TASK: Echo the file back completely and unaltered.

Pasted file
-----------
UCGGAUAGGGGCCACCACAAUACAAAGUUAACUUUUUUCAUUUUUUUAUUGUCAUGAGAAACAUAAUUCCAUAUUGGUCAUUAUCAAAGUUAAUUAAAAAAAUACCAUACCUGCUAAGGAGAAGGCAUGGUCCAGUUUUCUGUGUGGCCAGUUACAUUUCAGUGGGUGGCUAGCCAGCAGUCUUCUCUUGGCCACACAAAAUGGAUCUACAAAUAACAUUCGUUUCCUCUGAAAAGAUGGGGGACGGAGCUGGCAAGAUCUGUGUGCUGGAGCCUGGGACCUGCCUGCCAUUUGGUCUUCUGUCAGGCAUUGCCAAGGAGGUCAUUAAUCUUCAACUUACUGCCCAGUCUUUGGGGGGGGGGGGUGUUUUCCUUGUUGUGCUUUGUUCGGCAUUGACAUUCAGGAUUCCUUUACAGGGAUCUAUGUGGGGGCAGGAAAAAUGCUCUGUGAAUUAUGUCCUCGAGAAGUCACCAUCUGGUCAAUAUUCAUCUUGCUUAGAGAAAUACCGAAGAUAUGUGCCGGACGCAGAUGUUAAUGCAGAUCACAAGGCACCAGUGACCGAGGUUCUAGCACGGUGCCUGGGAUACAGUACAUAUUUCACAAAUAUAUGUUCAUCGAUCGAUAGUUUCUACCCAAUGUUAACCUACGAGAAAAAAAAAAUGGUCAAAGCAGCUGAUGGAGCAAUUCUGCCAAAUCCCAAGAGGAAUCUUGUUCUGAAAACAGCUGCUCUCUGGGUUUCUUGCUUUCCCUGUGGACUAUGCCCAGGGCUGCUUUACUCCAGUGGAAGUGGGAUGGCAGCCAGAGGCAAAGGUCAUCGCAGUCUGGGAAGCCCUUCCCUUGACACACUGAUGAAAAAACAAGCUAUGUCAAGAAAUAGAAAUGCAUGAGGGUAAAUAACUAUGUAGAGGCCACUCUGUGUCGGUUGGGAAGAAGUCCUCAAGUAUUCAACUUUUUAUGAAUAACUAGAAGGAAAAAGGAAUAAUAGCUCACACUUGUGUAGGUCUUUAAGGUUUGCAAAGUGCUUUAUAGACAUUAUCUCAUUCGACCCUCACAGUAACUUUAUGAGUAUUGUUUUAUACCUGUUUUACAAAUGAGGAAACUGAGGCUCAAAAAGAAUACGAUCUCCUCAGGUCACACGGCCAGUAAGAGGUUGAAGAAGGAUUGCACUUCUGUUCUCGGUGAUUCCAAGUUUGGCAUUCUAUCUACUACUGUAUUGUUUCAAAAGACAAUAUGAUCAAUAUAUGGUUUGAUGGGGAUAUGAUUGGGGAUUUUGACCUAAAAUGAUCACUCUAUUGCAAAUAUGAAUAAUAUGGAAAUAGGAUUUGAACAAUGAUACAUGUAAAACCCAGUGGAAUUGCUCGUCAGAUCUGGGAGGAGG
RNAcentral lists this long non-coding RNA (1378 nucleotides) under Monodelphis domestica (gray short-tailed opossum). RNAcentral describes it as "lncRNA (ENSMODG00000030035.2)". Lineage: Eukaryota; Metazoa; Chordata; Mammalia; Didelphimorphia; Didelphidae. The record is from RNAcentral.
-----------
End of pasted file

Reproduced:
UCGGAUAGGGGCCACCACAAUACAAAGUUAACUUUUUUCAUUUUUUUAUUGUCAUGAGAAACAUAAUUCCAUAUUGGUCAUUAUCAAAGUUAAUUAAAAAAAUACCAUACCUGCUAAGGAGAAGGCAUGGUCCAGUUUUCUGUGUGGCCAGUUACAUUUCAGUGGGUGGCUAGCCAGCAGUCUUCUCUUGGCCACACAAAAUGGAUCUACAAAUAACAUUCGUUUCCUCUGAAAAGAUGGGGGACGGAGCUGGCAAGAUCUGUGUGCUGGAGCCUGGGACCUGCCUGCCAUUUGGUCUUCUGUCAGGCAUUGCCAAGGAGGUCAUUAAUCUUCAACUUACUGCCCAGUCUUUGGGGGGGGGGGGUGUUUUCCUUGUUGUGCUUUGUUCGGCAUUGACAUUCAGGAUUCCUUUACAGGGAUCUAUGUGGGGGCAGGAAAAAUGCUCUGUGAAUUAUGUCCUCGAGAAGUCACCAUCUGGUCAAUAUUCAUCUUGCUUAGAGAAAUACCGAAGAUAUGUGCCGGACGCAGAUGUUAAUGCAGAUCACAAGGCACCAGUGACCGAGGUUCUAGCACGGUGCCUGGGAUACAGUACAUAUUUCACAAAUAUAUGUUCAUCGAUCGAUAGUUUCUACCCAAUGUUAACCUACGAGAAAAAAAAAAUGGUCAAAGCAGCUGAUGGAGCAAUUCUGCCAAAUCCCAAGAGGAAUCUUGUUCUGAAAACAGCUGCUCUCUGGGUUUCUUGCUUUCCCUGUGGACUAUGCCCAGGGCUGCUUUACUCCAGUGGAAGUGGGAUGGCAGCCAGAGGCAAAGGUCAUCGCAGUCUGGGAAGCCCUUCCCUUGACACACUGAUGAAAAAACAAGCUAUGUCAAGAAAUAGAAAUGCAUGAGGGUAAAUAACUAUGUAGAGGCCACUCUGUGUCGGUUGGGAAGAAGUCCUCAAGUAUUCAACUUUUUAUGAAUAACUAGAAGGAAAAAGGAAUAAUAGCUCACACUUGUGUAGGUCUUUAAGGUUUGCAAAGUGCUUUAUAGACAUUAUCUCAUUCGACCCUCACAGUAACUUUAUGAGUAUUGUUUUAUACCUGUUUUACAAAUGAGGAAACUGAGGCUCAAAAAGAAUACGAUCUCCUCAGGUCACACGGCCAGUAAGAGGUUGAAGAAGGAUUGCACUUCUGUUCUCGGUGAUUCCAAGUUUGGCAUUCUAUCUACUACUGUAUUGUUUCAAAAGACAAUAUGAUCAAUAUAUGGUUUGAUGGGGAUAUGAUUGGGGAUUUUGACCUAAAAUGAUCACUCUAUUGCAAAUAUGAAUAAUAUGGAAAUAGGAUUUGAACAAUGAUACAUGUAAAACCCAGUGGAAUUGCUCGUCAGAUCUGGGAGGAGG
RNAcentral lists this long non-coding RNA (1378 nucleotides) under Monodelphis domestica (gray short-tailed opossum). RNAcentral describes it as "lncRNA (ENSMODG00000030035.2)". Lineage: Eukaryota; Metazoa; Chordata; Mammalia; Didelphimorphia; Didelphidae. The record is from RNAcentral.